Travel disruptions are affecting airlines around the world, including in the UK and Germany.

In the U.S. this global issue is being exacerbated by a number of compounding factors, not least the weather. Over the weekend storms along the East Coast severely affected operations for several carriers, with American Airlines being particularly badly hit. These summer storms not only delay operations at the airports where they are situated but also have a knock-on effect for the entire network, as a plane grounded in Boston, for instance, can’t get to Los Angeles on time for its next flight to Miami.

Covid, too, remains a large factor at play, with many airline staff having to take time off sick as the disease continues to circulate in still relatively large numbers. In an online post, Delta Air Lines’ Chief Customer Experience Officer Allison Ausband explained the impact that these combined issues have on the airline’s ability to operate:

“More than any time in our history, the various factors currently impacting our operation — weather and air traffic control, vendor staffing, increased Covid case rates contributing to higher-than-planned unscheduled absences in some work groups — are resulting in an operation that isn't consistently up to the standards Delta has set for the industry in recent years," she wrote.

The post also points to issues with air traffic control as being yet another factor which is worsening delays. Like the airlines themselves, the Federal Aviation Administration (FAA), which staffs all air traffic control towers, is also dealing with severe worker shortages brought on by Covid and layoffs during the pandemic. Airlines for America, the industry group which represents commercial airlines, said this understaffing had ‘crippled’ traffic along the East Coast last weekend and has demanded that the FAA publish its plans for 4th of July weekend so that carriers can plan accordingly.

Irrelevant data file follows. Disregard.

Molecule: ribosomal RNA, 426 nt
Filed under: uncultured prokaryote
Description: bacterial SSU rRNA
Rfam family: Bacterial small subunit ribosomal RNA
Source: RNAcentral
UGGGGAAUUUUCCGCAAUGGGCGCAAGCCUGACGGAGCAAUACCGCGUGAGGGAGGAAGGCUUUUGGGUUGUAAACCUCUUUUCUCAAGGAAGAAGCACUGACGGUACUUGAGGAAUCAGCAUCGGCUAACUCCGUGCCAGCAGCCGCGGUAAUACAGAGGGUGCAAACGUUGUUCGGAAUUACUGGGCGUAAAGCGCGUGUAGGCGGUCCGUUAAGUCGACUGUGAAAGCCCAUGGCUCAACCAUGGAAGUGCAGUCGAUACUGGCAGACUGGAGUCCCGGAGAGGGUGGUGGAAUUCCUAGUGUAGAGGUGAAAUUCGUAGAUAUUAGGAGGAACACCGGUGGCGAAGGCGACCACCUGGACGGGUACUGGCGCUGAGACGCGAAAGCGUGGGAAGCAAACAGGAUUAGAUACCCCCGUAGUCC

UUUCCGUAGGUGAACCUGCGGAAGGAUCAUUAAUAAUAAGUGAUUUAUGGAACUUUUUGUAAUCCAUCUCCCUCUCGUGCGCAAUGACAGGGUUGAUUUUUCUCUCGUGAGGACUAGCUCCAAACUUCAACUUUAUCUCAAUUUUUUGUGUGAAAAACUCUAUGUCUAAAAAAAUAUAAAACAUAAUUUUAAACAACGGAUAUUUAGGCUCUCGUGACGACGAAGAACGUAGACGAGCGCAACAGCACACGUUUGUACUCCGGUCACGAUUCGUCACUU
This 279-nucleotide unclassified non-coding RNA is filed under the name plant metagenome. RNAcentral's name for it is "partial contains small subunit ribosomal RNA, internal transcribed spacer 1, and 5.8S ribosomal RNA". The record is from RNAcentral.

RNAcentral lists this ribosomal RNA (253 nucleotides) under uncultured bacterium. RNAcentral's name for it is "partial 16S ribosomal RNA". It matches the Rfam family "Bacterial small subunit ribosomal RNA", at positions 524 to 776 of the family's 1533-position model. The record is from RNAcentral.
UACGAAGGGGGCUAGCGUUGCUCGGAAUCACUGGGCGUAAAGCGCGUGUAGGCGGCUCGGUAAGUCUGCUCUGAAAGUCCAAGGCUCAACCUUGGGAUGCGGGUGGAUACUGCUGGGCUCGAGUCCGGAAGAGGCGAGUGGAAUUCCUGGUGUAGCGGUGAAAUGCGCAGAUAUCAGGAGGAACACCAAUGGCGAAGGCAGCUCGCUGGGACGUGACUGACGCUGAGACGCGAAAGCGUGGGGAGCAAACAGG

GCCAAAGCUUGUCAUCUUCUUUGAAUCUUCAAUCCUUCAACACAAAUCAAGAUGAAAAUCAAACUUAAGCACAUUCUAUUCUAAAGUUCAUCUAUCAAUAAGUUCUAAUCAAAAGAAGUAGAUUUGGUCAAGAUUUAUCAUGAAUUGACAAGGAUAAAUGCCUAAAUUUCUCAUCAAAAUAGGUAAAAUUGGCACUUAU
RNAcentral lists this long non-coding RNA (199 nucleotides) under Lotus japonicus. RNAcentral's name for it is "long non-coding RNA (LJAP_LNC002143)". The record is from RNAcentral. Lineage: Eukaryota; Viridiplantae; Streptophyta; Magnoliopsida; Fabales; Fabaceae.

A shortage of air traffic controllers has exacerbated the situation.

In a letter to Transport Secretary Pete Buttigieg, Nick Calio, president of Airlines for America, said, “We have observed that FAA (air traffic control) staffing challenges have led to traffic restrictions under blue sky conditions”. He therefore called on Buttigieg to address staffing issues at the FAA in order to allow airlines to fulfil their obligations to passengers.

While the problems that have gone into causing this summer’s travel chaos were in many ways baked in from the start, that’s not to say that airlines aren’t doing everything in their power to help remedy the situation. From June until August, carriers are dropping 15% of their originally planned flights in an effort to even out their service and avoid last minute cancellations. Airlines including Delta, American Airlines and United are also hiring approximately 200 pilots a month to make up for the shortfall in qualified operators following the pandemic.

These solutions will take time to kick in and passengers will understandably be frustrated if they’re left waiting for hours at the departure gate over the next few months. However, with the airline industry still pulling out from its pandemic nosedive, it will take just a little bit longer before things can go back to normal.